Isotope effects in ITB

Figure 1 shows examples of the measured profiles for D plasmas (left column) and H plasmas (right column), which are chosen as equivalent pairs in terms of \({\bar{n}}_{{\rm{e}}}\). The horizontal axis \({r}_{{\rm{eff}}}/{a}_{99}\) is the effective minor radius normalized by the averaged minor radius in which 99% of the electron kinetic energy is confined. The vacuum magnetic axis position is \({R}_{{\rm{ax}}}=3.55\,{\rm{m}}\) and the low density case (red) and the high density case (blue) are compared. In this article, the figures for D and H plasmas are shown with light yellow panels and light blue panels, respectively, for the sake of clarity. As shown in Fig. 1(a,b), particularly stronger ITB is formed in the low density D plasma. The electron temperature is slightly higher in H plasmas than in D plasmas as shown in Fig. 1(c,d) because of the larger fraction of the tangential NB power, which is mainly absorbed by electrons.

Figure 1
figure 1

(left) D plasmas and (right) H plasmas. Radial profiles of (a,b) the ion temperature (c,d) the electron temperature, and (e,f) the electron density for the low density discharges (red) and the high density discharges (blue). The values of the profile gain factor are shown in each case in (a,b). The black rectangles in (a,b) represent the radial range in which the reference L-mode profile is determined (see text).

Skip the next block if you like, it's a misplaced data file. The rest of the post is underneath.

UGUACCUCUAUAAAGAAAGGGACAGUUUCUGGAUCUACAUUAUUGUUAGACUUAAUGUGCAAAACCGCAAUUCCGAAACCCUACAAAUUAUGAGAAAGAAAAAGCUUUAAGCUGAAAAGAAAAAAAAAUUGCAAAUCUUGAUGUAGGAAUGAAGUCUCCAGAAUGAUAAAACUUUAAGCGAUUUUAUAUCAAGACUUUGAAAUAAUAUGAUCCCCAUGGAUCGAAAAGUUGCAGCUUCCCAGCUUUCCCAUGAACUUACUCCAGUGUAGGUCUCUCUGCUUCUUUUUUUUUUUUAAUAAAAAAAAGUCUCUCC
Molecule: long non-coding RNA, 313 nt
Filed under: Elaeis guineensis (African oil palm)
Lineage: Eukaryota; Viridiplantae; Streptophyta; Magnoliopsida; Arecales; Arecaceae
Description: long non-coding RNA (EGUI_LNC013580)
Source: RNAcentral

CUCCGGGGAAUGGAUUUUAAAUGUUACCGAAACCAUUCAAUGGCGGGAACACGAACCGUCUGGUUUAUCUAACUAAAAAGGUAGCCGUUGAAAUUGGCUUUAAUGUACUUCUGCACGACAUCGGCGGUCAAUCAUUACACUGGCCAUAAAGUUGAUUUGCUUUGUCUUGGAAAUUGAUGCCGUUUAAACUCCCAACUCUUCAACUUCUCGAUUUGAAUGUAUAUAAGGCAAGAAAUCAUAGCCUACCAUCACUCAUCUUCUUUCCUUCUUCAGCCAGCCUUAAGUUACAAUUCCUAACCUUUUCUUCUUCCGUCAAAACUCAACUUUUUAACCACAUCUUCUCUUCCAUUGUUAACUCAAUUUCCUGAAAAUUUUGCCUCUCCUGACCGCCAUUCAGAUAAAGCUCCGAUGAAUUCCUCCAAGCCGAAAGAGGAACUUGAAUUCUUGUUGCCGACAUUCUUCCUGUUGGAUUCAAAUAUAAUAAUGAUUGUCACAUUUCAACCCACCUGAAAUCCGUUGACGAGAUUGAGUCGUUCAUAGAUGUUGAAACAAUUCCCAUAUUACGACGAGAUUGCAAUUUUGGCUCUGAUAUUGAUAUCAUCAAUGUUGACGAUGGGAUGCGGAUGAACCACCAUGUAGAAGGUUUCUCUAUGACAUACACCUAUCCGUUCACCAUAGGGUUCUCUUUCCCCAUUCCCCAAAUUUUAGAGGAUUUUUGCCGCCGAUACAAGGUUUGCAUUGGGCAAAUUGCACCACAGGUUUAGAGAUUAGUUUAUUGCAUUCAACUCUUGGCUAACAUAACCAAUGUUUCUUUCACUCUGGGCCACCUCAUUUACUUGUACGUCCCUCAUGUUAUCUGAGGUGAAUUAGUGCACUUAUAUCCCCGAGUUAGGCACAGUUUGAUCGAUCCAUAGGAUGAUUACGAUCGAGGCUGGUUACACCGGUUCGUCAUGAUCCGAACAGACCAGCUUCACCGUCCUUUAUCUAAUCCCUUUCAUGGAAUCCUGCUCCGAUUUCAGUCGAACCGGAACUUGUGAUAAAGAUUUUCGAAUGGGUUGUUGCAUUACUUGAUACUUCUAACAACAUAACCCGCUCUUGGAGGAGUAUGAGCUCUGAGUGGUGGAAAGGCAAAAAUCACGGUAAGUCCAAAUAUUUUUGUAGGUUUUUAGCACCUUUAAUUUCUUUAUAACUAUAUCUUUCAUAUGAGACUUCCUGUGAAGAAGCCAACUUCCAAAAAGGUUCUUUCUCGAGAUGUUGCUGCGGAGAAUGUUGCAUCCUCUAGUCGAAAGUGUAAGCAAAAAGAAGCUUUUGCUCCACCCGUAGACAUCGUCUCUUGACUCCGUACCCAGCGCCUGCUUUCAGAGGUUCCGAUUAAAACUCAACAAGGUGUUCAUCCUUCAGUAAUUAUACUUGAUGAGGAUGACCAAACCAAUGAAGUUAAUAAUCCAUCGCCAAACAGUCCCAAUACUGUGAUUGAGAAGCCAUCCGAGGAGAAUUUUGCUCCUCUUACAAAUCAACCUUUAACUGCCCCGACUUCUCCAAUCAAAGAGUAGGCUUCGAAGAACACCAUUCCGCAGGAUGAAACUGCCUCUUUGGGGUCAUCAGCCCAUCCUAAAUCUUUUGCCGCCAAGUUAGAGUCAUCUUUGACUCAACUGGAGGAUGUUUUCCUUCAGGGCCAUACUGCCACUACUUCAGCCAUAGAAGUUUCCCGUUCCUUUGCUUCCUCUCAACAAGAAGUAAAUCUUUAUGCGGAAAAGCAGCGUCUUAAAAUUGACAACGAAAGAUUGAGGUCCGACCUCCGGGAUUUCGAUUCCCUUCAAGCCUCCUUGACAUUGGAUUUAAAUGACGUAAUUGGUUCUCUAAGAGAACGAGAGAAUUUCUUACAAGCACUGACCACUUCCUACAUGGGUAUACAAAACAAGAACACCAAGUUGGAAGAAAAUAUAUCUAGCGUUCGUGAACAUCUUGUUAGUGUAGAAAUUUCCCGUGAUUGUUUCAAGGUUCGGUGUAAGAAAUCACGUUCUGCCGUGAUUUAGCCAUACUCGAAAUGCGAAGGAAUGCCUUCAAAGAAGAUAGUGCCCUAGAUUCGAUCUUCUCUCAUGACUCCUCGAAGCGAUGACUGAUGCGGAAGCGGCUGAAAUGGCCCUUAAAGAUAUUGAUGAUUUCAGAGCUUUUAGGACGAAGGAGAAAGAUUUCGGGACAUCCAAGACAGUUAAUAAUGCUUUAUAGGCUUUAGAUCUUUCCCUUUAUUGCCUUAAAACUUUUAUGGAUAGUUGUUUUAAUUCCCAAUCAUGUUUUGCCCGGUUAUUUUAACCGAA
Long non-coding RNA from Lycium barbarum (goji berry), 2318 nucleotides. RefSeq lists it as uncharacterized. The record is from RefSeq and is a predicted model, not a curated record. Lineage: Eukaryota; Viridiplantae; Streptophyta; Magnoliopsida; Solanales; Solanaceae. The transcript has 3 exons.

The ITB intensity is defined by the profile gain factor15. See Methods section for definition. Dashed curves in Fig. 1(a,b) correspond to the reference L-mode profiles, \({T}_{{\rm{i}},{\rm{L}}}^{{\rm{ref}}}\), which are the profiles synthesized to satisfy the empirical confinement scaling of the diffusion coefficient in the L-mode, \(\chi \propto {T}_{{\rm{i}}}\). In the high density discharges, the Ti profile is well reproduced by the \({T}_{{\rm{i}},{\rm{L}}}^{{\rm{ref}}}\) profile, indicating that the diffusion coefficient scales as the L-mode manner. In contrast, the \({T}_{{\rm{i}}}\) profile considerably surpasses the \({T}_{{\rm{i}},{\rm{L}}}^{{\rm{ref}}}\) profile in \({r}_{{\rm{eff}}}/{a}_{99} < 0.6\) in the low density discharges, being regarded as the ITB formation. The profile gain factor \({G}_{1.0}\) is defined as the ratio of the ion kinetic energy calculated with \({T}_{{\rm{i}}}\) to that with \({T}_{{\rm{i}},{\rm{L}}}^{{\rm{ref}}}\). In the high density discharges \({G}_{1.0}\) is approximately the unity. The low density discharges have \({G}_{1.0}\) larger than the unity, and \({G}_{1.0}\sim 1.47\) in the D plasma is meaningfully larger than \({G}_{1.0}\sim 1.26\) in the H plasma. Only in the H plasmas an edge confinement degradation accompanied by the ITB formation occurs, which results in only the marginal increase of the core ion temperature even with the ITB. This tendency is general in H plasmas in a wide parameter range, which is shown below.